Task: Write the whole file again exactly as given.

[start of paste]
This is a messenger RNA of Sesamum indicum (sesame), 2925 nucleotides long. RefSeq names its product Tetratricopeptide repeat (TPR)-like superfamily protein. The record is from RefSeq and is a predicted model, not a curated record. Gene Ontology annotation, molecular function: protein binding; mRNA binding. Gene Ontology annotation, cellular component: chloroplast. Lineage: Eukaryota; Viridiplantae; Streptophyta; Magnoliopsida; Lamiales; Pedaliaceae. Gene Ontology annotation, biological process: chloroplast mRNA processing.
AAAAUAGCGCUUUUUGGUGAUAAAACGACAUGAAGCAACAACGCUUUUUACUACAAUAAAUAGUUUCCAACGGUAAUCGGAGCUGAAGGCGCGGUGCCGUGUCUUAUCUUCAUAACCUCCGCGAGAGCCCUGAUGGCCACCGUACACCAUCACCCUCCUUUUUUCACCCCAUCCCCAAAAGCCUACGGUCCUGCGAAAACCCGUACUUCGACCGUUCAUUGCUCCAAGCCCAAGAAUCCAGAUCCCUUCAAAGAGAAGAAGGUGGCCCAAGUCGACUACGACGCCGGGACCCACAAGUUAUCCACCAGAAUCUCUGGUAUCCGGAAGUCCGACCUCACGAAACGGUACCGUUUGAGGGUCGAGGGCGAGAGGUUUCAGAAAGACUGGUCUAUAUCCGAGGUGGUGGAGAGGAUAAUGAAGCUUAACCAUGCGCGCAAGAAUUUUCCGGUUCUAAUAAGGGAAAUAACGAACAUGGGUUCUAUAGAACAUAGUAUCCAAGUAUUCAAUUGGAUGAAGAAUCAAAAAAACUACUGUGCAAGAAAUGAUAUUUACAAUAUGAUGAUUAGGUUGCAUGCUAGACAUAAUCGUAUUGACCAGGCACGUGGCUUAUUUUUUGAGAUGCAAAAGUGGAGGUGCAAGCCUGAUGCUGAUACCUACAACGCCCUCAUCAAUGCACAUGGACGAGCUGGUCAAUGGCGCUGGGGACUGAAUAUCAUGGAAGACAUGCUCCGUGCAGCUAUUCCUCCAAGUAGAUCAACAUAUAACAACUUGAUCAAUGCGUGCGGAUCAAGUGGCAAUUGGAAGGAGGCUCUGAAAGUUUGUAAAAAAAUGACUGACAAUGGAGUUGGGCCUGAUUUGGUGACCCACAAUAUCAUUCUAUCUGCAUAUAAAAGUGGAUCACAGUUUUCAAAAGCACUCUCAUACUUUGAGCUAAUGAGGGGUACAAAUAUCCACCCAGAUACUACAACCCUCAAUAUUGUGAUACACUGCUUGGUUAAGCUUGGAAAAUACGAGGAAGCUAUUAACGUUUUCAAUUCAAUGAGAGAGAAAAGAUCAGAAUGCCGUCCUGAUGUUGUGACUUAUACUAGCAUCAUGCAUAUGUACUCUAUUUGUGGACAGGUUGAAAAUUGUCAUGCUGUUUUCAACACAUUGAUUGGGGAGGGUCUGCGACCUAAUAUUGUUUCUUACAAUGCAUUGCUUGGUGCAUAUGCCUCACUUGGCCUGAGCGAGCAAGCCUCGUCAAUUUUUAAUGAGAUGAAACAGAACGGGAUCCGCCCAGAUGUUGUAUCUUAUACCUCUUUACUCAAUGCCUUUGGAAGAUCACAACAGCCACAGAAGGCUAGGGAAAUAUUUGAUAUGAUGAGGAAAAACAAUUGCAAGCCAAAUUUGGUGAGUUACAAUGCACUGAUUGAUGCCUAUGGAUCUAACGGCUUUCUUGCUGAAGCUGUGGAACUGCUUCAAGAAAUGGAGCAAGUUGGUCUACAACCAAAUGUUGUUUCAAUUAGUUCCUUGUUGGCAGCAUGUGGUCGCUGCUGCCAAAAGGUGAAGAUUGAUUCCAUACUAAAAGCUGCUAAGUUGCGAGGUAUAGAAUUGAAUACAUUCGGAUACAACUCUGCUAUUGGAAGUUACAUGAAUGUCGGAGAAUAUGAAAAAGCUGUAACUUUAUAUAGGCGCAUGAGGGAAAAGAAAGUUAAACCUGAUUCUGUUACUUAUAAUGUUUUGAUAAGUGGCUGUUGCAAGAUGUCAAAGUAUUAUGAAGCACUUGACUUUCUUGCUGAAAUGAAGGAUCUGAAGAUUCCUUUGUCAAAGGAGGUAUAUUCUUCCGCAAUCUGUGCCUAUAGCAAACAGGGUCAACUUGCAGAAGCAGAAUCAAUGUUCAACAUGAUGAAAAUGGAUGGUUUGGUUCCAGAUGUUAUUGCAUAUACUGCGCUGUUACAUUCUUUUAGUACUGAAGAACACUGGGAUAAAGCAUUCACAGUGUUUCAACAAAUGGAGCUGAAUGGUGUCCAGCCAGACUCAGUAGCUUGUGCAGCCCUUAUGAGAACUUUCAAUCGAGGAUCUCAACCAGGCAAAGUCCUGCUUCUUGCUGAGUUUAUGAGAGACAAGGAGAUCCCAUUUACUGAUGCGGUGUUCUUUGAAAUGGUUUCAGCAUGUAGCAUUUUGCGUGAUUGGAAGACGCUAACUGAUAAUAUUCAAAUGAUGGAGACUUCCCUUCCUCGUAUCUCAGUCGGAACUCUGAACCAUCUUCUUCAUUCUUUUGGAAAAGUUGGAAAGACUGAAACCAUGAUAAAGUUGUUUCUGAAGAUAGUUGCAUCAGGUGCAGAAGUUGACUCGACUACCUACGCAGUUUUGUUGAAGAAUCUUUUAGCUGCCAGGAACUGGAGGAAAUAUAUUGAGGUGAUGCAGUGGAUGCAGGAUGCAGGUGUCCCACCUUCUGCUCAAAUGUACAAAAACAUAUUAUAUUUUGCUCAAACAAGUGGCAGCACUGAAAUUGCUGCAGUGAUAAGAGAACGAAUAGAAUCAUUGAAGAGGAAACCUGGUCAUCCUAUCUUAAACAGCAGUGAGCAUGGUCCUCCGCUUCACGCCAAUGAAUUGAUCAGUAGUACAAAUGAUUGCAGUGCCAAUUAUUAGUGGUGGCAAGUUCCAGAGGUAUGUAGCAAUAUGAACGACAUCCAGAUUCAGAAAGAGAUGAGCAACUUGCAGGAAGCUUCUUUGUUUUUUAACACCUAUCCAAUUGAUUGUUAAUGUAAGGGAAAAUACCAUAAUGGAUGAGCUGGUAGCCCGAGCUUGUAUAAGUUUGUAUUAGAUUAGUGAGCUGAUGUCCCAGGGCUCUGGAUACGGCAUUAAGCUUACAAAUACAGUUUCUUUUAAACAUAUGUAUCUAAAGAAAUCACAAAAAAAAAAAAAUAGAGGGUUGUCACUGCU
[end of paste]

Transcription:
This is a messenger RNA of Sesamum indicum (sesame), 2925 nucleotides long. RefSeq names its product Tetratricopeptide repeat (TPR)-like superfamily protein. The record is from RefSeq and is a predicted model, not a curated record. Gene Ontology annotation, molecular function: protein binding; mRNA binding. Gene Ontology annotation, cellular component: chloroplast. Lineage: Eukaryota; Viridiplantae; Streptophyta; Magnoliopsida; Lamiales; Pedaliaceae. Gene Ontology annotation, biological process: chloroplast mRNA processing.
AAAAUAGCGCUUUUUGGUGAUAAAACGACAUGAAGCAACAACGCUUUUUACUACAAUAAAUAGUUUCCAACGGUAAUCGGAGCUGAAGGCGCGGUGCCGUGUCUUAUCUUCAUAACCUCCGCGAGAGCCCUGAUGGCCACCGUACACCAUCACCCUCCUUUUUUCACCCCAUCCCCAAAAGCCUACGGUCCUGCGAAAACCCGUACUUCGACCGUUCAUUGCUCCAAGCCCAAGAAUCCAGAUCCCUUCAAAGAGAAGAAGGUGGCCCAAGUCGACUACGACGCCGGGACCCACAAGUUAUCCACCAGAAUCUCUGGUAUCCGGAAGUCCGACCUCACGAAACGGUACCGUUUGAGGGUCGAGGGCGAGAGGUUUCAGAAAGACUGGUCUAUAUCCGAGGUGGUGGAGAGGAUAAUGAAGCUUAACCAUGCGCGCAAGAAUUUUCCGGUUCUAAUAAGGGAAAUAACGAACAUGGGUUCUAUAGAACAUAGUAUCCAAGUAUUCAAUUGGAUGAAGAAUCAAAAAAACUACUGUGCAAGAAAUGAUAUUUACAAUAUGAUGAUUAGGUUGCAUGCUAGACAUAAUCGUAUUGACCAGGCACGUGGCUUAUUUUUUGAGAUGCAAAAGUGGAGGUGCAAGCCUGAUGCUGAUACCUACAACGCCCUCAUCAAUGCACAUGGACGAGCUGGUCAAUGGCGCUGGGGACUGAAUAUCAUGGAAGACAUGCUCCGUGCAGCUAUUCCUCCAAGUAGAUCAACAUAUAACAACUUGAUCAAUGCGUGCGGAUCAAGUGGCAAUUGGAAGGAGGCUCUGAAAGUUUGUAAAAAAAUGACUGACAAUGGAGUUGGGCCUGAUUUGGUGACCCACAAUAUCAUUCUAUCUGCAUAUAAAAGUGGAUCACAGUUUUCAAAAGCACUCUCAUACUUUGAGCUAAUGAGGGGUACAAAUAUCCACCCAGAUACUACAACCCUCAAUAUUGUGAUACACUGCUUGGUUAAGCUUGGAAAAUACGAGGAAGCUAUUAACGUUUUCAAUUCAAUGAGAGAGAAAAGAUCAGAAUGCCGUCCUGAUGUUGUGACUUAUACUAGCAUCAUGCAUAUGUACUCUAUUUGUGGACAGGUUGAAAAUUGUCAUGCUGUUUUCAACACAUUGAUUGGGGAGGGUCUGCGACCUAAUAUUGUUUCUUACAAUGCAUUGCUUGGUGCAUAUGCCUCACUUGGCCUGAGCGAGCAAGCCUCGUCAAUUUUUAAUGAGAUGAAACAGAACGGGAUCCGCCCAGAUGUUGUAUCUUAUACCUCUUUACUCAAUGCCUUUGGAAGAUCACAACAGCCACAGAAGGCUAGGGAAAUAUUUGAUAUGAUGAGGAAAAACAAUUGCAAGCCAAAUUUGGUGAGUUACAAUGCACUGAUUGAUGCCUAUGGAUCUAACGGCUUUCUUGCUGAAGCUGUGGAACUGCUUCAAGAAAUGGAGCAAGUUGGUCUACAACCAAAUGUUGUUUCAAUUAGUUCCUUGUUGGCAGCAUGUGGUCGCUGCUGCCAAAAGGUGAAGAUUGAUUCCAUACUAAAAGCUGCUAAGUUGCGAGGUAUAGAAUUGAAUACAUUCGGAUACAACUCUGCUAUUGGAAGUUACAUGAAUGUCGGAGAAUAUGAAAAAGCUGUAACUUUAUAUAGGCGCAUGAGGGAAAAGAAAGUUAAACCUGAUUCUGUUACUUAUAAUGUUUUGAUAAGUGGCUGUUGCAAGAUGUCAAAGUAUUAUGAAGCACUUGACUUUCUUGCUGAAAUGAAGGAUCUGAAGAUUCCUUUGUCAAAGGAGGUAUAUUCUUCCGCAAUCUGUGCCUAUAGCAAACAGGGUCAACUUGCAGAAGCAGAAUCAAUGUUCAACAUGAUGAAAAUGGAUGGUUUGGUUCCAGAUGUUAUUGCAUAUACUGCGCUGUUACAUUCUUUUAGUACUGAAGAACACUGGGAUAAAGCAUUCACAGUGUUUCAACAAAUGGAGCUGAAUGGUGUCCAGCCAGACUCAGUAGCUUGUGCAGCCCUUAUGAGAACUUUCAAUCGAGGAUCUCAACCAGGCAAAGUCCUGCUUCUUGCUGAGUUUAUGAGAGACAAGGAGAUCCCAUUUACUGAUGCGGUGUUCUUUGAAAUGGUUUCAGCAUGUAGCAUUUUGCGUGAUUGGAAGACGCUAACUGAUAAUAUUCAAAUGAUGGAGACUUCCCUUCCUCGUAUCUCAGUCGGAACUCUGAACCAUCUUCUUCAUUCUUUUGGAAAAGUUGGAAAGACUGAAACCAUGAUAAAGUUGUUUCUGAAGAUAGUUGCAUCAGGUGCAGAAGUUGACUCGACUACCUACGCAGUUUUGUUGAAGAAUCUUUUAGCUGCCAGGAACUGGAGGAAAUAUAUUGAGGUGAUGCAGUGGAUGCAGGAUGCAGGUGUCCCACCUUCUGCUCAAAUGUACAAAAACAUAUUAUAUUUUGCUCAAACAAGUGGCAGCACUGAAAUUGCUGCAGUGAUAAGAGAACGAAUAGAAUCAUUGAAGAGGAAACCUGGUCAUCCUAUCUUAAACAGCAGUGAGCAUGGUCCUCCGCUUCACGCCAAUGAAUUGAUCAGUAGUACAAAUGAUUGCAGUGCCAAUUAUUAGUGGUGGCAAGUUCCAGAGGUAUGUAGCAAUAUGAACGACAUCCAGAUUCAGAAAGAGAUGAGCAACUUGCAGGAAGCUUCUUUGUUUUUUAACACCUAUCCAAUUGAUUGUUAAUGUAAGGGAAAAUACCAUAAUGGAUGAGCUGGUAGCCCGAGCUUGUAUAAGUUUGUAUUAGAUUAGUGAGCUGAUGUCCCAGGGCUCUGGAUACGGCAUUAAGCUUACAAAUACAGUUUCUUUUAAACAUAUGUAUCUAAAGAAAUCACAAAAAAAAAAAAAUAGAGGGUUGUCACUGCU